Largest Earthquake Drill: world record set in California (VIDEO)
LOS ANGELES, CA, USA -- The "Great ShakeOut," an annual earthquake drill that started in Southern California, took place on October 19, 2017 at 10:19 a.m. local time around the world; about 21 million people practiced what to do if a quake strikes, with more than 10.2 million of them in California, setting the world record for the Largest Earthquake Drill, according to the World Record Academy.
Photo: Drop! Cover! HOLD ON! Know what to do during an earthquake Photo: American Red Cross (enlarge photo)
About 21 million people practiced what to do if a quake strikes, with more than 10.2 million of them in California — which experts say is likely to experience a massive quake in the next several decades.
A 2014 study led by the USGS found that by the 2043, the probability of Southern California's experiencing one or more magnitude-6.7 or larger earthquakes was 72 percent, the NBC News reports.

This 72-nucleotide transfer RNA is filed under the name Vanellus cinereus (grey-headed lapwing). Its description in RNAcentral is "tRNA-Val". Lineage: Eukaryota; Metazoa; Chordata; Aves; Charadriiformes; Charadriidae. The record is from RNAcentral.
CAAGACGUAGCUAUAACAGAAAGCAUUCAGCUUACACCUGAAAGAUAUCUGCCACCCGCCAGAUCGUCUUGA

The drill was created by the Southern California Earthquake Center in collaboration with the USGS and other partners in 2008 based on a magnitude-7.8 scenario earthquake on the San Andreas fault in Southern California. Other states and countries have since joined in on the drill, which takes place in schools, colleges, federal and local agencies, and private businesses.
Participants take at least a minute to practice their earthquake survival skills. But the Southern California Earthquake Center encourages them to rehearse for even longer.
The Great ShakeOut teaches participants to "drop, cover, and hold on" — meaning get on the ground, cover your head with one arm and hold onto a stable object like a desk or sturdy table, if one is nearby.